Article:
Premature atherosclerosis in HIV positive patients and cumulated time of exposure to antiretroviral therapy (SHIVA study)



      With the advent of antiretroviral therapy regimens in HIV positive patients, it is crucial to consider their long-term benefits to risk ratios. The responsibility of treatment in premature atherosclerosis is not clear. Thus, the aim of this study is to evaluate the impact of exposure to reverse transcriptase inhibitors (nucleosidic and non-nucleosidic) and to protease inhibitors on the cardiovascular status of an entire hospital based cohort of patients.


      154 patients were included. Using a linear analysis, we sought an association between the cumulative time of exposure to these three classes of antiretroviral drugs and the carotid intima-media thickness measured by ultrasonography and a cardiovascular composite score.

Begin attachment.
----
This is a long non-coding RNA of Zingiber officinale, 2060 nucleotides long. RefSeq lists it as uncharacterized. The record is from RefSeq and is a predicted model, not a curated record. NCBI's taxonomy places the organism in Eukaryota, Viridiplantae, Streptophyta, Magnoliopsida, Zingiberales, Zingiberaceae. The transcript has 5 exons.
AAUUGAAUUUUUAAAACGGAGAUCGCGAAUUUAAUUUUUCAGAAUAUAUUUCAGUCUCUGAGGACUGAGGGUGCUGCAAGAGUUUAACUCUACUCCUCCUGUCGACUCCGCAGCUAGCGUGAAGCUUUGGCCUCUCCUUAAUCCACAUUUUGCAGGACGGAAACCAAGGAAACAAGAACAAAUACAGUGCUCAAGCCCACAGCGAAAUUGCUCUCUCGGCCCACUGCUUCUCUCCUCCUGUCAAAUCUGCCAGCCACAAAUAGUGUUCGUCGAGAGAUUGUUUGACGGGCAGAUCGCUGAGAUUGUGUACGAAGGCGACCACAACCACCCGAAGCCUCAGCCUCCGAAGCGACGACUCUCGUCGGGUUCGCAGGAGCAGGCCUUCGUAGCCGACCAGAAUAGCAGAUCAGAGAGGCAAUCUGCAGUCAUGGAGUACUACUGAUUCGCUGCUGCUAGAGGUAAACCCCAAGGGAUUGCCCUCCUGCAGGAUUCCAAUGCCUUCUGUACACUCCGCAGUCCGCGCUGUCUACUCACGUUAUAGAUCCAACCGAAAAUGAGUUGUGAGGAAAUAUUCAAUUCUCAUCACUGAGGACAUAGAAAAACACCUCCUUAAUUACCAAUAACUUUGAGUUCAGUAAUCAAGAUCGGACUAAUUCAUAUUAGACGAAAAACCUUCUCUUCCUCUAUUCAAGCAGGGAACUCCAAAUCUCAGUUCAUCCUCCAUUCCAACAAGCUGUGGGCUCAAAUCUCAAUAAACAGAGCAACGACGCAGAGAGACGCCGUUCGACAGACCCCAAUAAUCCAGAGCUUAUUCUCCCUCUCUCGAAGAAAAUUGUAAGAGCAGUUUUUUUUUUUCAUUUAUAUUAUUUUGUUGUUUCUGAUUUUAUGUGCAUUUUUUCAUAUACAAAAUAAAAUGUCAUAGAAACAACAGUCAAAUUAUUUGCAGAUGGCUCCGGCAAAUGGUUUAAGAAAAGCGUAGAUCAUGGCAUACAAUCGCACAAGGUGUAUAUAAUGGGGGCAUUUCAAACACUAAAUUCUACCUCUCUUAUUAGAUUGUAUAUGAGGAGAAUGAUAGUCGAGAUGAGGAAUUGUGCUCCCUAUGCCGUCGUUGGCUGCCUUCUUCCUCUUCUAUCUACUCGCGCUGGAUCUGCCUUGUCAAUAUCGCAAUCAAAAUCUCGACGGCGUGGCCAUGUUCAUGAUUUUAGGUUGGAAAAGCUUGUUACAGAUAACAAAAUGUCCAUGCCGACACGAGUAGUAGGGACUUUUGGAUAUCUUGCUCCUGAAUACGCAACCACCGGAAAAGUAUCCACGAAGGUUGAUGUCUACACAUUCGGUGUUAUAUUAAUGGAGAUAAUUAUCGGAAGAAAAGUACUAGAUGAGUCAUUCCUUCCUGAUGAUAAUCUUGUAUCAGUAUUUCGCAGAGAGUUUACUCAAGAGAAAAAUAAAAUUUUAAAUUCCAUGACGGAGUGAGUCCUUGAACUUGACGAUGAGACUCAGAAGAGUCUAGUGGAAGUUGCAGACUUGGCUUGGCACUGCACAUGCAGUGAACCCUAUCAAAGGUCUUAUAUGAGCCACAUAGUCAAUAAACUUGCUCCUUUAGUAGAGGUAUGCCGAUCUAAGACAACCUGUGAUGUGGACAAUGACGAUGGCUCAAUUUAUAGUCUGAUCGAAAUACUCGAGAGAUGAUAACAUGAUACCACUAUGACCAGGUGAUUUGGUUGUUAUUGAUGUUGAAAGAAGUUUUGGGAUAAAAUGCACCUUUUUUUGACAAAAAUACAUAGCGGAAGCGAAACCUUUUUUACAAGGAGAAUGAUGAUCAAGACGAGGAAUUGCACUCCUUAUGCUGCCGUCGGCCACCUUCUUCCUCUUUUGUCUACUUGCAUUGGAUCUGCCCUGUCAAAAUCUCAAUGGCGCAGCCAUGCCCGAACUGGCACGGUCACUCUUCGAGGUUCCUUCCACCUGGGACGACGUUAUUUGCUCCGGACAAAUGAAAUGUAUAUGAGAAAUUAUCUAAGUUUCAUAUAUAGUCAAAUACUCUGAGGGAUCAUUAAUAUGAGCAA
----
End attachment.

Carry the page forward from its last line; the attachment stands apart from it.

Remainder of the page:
The study confirms premature atherosclerosis, which not only correlates with the usual risk factors, such as triglyceride level, but also with protease inhibitor exposure, especially that of lopinavir. Nevertheless as regards current drug exposure, the clinical impact was low: five clinical complications of atherosclerosis and only one out of 35 scintigraphic and ECG exercise tests warranted a coronary angiography which was negative.


      These data should not lead to the rejection of protease inhibitors but should strengthen the prevention of cardiovascular diseases as an integral part of the management of HIV patients.


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